Local Weather & The Climate
Some areas, like Upstate New York and Northern Ohio, are cloudy. There’s simply no getting around that. Add on heavy snows that can blanket your systems and block sunlight for days, and it may seem like solar panels will never see daylight.
But increasing energy costs, decreasing solar installation costs, and improving technology challenge that assumption.
Your solar panels don’t need blue skies to produce electricity. Even on cloudy days, your solar panels will still receive photons from the sun and convert them into energy. Albeit they’ll produce less energy on cloudy days as opposed to sunny days, they’ll still churn out free electricity.
Some research suggests that if the sun casts a shadow, there’s enough sunlight to produce energy. On a partly cloudy day, your production may drop to 75%. On the most overcast day, your system could still produce 10% to 30% of the electricity it would on a perfectly sunny day.
In addition, solar panels are more efficient at cooler temperatures. This is another boost for those cloudy days, although a small one.
Here’s a deeper dive into how weather impacts a solar system’s production.
Making Up for the Lost Production
Cloudy weather decreases the amount of electricity your solar panels can produce. But making up for that lost solar electricity can be fairly easy and inexpensive. The way around this is to upsize your system by adding a few more solar panels.
By adding a few extra solar panels to your system, you’ll increase the amount of electricity you can produce, making up for what’s lost due to cloud coverage. Creating a slightly larger system won’t significantly increase the cost, as most of the soft costs associated with going solar will stay the same regardless of size. The hard costs, like equipment, are becoming increasingly affordable as technology improves and solar components costs continue to decline.
Will Solar Still Save You Money?
By increasing the size of your system to make up for poor weather, your system might cost slightly more than it would in a sunnier state.
However, you also stand to save more.
On average, the Northeast has the highest electricity rates in the contiguous United States (aside from California). So while a solar system in New York may be producing less electricity than a system in Florida, the electricity produced in New York will be worth more.
New York and a handful of other states have local incentives that help keep installation costs down. Here’s a list of incentives available in each mid-Atlantic state.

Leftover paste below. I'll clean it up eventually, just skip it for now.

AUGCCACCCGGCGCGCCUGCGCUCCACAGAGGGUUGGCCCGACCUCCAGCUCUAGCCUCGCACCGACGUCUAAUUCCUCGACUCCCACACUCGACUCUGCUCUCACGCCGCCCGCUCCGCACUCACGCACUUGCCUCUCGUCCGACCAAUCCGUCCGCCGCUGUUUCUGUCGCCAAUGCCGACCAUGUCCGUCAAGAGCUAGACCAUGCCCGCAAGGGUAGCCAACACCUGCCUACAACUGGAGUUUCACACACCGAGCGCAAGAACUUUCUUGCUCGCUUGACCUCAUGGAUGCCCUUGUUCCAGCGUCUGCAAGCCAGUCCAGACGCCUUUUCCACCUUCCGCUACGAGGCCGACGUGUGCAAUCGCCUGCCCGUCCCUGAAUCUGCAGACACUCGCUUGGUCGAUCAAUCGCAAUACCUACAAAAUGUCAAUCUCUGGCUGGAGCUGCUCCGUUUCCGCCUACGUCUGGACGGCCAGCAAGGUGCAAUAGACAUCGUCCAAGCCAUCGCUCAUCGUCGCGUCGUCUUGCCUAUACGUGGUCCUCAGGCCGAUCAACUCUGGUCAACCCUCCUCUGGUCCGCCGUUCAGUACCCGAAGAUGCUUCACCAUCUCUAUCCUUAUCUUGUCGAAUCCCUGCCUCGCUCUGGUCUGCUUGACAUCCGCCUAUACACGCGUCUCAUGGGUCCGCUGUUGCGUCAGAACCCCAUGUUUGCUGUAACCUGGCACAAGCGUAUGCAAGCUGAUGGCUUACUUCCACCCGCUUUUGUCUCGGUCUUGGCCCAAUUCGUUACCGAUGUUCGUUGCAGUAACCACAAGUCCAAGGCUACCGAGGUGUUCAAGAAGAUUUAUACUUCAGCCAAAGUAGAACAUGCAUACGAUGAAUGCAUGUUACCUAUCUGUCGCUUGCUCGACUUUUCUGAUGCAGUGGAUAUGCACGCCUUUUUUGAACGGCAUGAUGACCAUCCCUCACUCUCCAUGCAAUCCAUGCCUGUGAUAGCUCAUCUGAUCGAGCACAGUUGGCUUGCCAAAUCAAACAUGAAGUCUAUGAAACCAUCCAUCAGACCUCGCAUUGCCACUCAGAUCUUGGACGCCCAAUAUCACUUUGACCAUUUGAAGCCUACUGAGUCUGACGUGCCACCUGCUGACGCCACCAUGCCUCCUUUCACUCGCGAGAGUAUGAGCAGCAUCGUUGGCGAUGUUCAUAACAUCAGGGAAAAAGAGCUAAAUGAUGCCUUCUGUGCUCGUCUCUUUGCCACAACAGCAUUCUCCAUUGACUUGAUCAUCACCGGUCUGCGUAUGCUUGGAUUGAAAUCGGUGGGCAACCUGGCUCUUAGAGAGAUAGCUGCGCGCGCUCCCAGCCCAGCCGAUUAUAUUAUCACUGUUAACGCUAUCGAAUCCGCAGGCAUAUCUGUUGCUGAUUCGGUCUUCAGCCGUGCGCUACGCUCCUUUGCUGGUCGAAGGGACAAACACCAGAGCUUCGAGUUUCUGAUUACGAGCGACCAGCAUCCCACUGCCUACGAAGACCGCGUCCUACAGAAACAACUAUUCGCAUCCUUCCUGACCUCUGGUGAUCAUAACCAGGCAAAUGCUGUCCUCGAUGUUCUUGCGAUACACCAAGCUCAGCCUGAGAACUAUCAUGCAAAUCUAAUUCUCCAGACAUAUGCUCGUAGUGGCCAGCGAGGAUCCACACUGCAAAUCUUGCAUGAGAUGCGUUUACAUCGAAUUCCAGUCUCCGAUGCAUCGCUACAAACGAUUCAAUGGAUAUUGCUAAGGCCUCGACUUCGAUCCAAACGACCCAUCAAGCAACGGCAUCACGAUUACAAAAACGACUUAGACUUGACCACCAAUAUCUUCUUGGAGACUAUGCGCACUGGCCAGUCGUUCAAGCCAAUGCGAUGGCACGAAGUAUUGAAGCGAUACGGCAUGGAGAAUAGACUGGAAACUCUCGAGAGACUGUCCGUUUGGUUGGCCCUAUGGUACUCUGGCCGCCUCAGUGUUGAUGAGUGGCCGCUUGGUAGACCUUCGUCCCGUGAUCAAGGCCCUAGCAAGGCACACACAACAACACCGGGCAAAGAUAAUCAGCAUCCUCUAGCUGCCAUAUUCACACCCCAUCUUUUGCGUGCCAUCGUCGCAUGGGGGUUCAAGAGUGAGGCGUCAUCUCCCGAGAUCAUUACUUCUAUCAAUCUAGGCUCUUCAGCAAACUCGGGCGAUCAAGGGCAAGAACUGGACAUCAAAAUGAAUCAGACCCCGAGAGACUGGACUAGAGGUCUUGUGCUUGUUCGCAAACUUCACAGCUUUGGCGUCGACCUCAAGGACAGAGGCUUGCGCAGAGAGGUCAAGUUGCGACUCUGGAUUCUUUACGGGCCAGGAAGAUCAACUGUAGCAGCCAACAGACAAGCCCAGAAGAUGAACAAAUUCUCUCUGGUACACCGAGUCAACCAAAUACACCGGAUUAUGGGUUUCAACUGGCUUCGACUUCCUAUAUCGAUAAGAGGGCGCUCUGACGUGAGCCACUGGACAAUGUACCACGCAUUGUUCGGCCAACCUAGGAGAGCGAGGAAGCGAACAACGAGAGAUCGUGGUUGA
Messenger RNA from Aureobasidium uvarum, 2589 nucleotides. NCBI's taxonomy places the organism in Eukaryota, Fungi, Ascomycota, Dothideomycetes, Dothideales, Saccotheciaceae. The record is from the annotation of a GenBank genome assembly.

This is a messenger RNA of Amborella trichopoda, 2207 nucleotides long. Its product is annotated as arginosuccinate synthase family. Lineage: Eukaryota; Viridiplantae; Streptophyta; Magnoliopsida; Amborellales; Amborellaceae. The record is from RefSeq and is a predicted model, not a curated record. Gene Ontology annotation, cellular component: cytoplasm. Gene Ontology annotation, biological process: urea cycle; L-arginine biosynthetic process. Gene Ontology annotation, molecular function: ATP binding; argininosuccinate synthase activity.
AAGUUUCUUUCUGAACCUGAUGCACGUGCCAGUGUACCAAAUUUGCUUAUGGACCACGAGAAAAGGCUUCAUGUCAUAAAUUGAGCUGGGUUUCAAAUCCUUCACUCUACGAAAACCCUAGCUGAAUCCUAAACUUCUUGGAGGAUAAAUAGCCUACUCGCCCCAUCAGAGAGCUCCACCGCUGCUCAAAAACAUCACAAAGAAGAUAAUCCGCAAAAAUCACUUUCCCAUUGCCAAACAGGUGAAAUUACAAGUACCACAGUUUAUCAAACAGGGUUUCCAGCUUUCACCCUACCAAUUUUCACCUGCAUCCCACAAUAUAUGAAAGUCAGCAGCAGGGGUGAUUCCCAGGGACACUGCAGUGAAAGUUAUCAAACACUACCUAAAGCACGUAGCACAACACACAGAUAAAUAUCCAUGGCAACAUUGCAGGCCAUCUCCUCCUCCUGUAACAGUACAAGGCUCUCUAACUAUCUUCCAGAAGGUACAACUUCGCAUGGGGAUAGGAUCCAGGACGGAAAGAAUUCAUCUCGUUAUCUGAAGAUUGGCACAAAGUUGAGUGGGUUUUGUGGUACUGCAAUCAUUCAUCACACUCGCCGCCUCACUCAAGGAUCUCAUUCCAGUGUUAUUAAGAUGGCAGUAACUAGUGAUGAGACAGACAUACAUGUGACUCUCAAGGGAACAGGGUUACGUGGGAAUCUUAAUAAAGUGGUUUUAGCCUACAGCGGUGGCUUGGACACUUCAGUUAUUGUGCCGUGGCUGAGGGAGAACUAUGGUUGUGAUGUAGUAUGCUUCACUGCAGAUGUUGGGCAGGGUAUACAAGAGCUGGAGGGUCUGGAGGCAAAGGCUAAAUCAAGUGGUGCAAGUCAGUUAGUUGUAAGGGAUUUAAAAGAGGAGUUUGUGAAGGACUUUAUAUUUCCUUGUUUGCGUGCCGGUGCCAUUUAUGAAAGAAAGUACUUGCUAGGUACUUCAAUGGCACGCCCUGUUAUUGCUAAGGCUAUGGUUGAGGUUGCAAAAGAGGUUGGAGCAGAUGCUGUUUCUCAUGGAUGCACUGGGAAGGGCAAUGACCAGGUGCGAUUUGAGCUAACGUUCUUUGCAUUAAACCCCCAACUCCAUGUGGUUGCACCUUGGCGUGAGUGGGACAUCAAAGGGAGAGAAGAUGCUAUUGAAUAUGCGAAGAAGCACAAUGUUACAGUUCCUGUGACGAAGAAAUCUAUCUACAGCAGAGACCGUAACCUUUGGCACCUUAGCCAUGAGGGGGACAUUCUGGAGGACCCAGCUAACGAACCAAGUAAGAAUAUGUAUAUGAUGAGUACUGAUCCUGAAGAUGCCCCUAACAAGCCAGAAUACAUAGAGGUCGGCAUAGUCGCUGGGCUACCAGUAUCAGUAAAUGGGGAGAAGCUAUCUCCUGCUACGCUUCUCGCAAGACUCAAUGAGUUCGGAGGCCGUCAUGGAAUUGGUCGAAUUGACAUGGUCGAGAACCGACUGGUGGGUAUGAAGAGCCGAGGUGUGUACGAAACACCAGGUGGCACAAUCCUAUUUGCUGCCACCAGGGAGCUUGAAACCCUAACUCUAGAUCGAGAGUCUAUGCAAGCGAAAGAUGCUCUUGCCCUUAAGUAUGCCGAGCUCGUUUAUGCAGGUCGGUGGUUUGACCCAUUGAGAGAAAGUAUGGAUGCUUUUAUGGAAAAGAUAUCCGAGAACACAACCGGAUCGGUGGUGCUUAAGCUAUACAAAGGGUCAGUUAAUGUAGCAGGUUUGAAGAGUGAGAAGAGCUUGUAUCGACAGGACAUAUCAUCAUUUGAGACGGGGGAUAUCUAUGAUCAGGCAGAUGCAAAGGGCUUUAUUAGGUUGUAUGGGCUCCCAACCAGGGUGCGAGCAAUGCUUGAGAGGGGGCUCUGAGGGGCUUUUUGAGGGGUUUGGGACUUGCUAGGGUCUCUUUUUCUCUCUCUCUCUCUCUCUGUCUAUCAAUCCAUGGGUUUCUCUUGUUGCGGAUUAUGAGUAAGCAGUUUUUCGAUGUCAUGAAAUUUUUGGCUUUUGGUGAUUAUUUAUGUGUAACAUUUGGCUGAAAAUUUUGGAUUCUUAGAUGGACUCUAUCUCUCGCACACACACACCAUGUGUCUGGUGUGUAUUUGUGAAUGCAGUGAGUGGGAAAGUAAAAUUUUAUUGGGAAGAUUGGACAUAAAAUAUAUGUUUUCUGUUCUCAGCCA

Trees, Building, and Shading
While the weather may seem like a huge factor in determining whether or not solar panels can work on your property, local sources of shading can be more prohibitive. You need direct sunlight for solar panels to work optimally, and shading interferes with that
Things like trees, buildings, nearby hills or mountains, and something as thin as power lines can impact the number of sun hours per day your solar panels receive. Even partial shading can reduce the amount of energy your solar panels are able to produce.
You Need How Many Hours of Sunlight for Solar Panels?
In the best-case scenario, you’ll want your solar panels to receive about four or five hours of direct sunlight. Specifically, that sunlight should reach your panels between 10 am and 3 pm.
This is when the sun is in its highest position and the rays are the most direct. If there are sources of shading on your property that block the sun from your panels during those hours, you may want to see what you can do to decrease the shade before installing solar panels. Your installation company will be able to help identify these obstructions.
How to Tell If Your Property Is Shaded
Shading is dynamic and changes throughout the day as the sun moves across the sky. This can make calculating the number of peak sun hours tricky unless you have the correct tools.
There are some free, online tools that can give you a rough estimate of how much sunlight your property receives, like Google’s Project Sunroof.
You can also try calculating shade with the 1-3 rule.
With this method, you’ll multiply the height of the tree or object that produces shade by three. This will give you the length of the object’s shadow, which is how far away from the object you’ll want to install your system.
The best way to determine whether or not your house gets enough sun for solar panels is to have a solar installer come out and evaluate your property.
Using a tool called a solar pathfinder, they’ll determine how much shade your roof or plot of land receives throughout the day. This tool reveals any shading that may occur throughout the year at any time of day.
Is My Property Suitable for Solar Panels?
There’s no specific, set amount of sunlight needed for solar panels. Even in the cloudiest areas of the US and even worldwide, solar has proven itself time and time again as a reliable energy source and profitable investment.
While local weather patterns will come into play when determining the size of your system, local sources of shading will likely have a bigger impact.
To get an accurate idea of whether or not you’re a good candidate for solar, have a solar installer take a look at your property and do a shade analysis. They’ll then combine that information with historical weather patterns and design a system that meets your needs.
You’ll have a clear picture of how much clean energy you can expect your solar panels to produce specific to your property.
To learn more about solar panels or the installation process for your home, contact Lifestyle Solar now. Our experts are always available to answer your questions.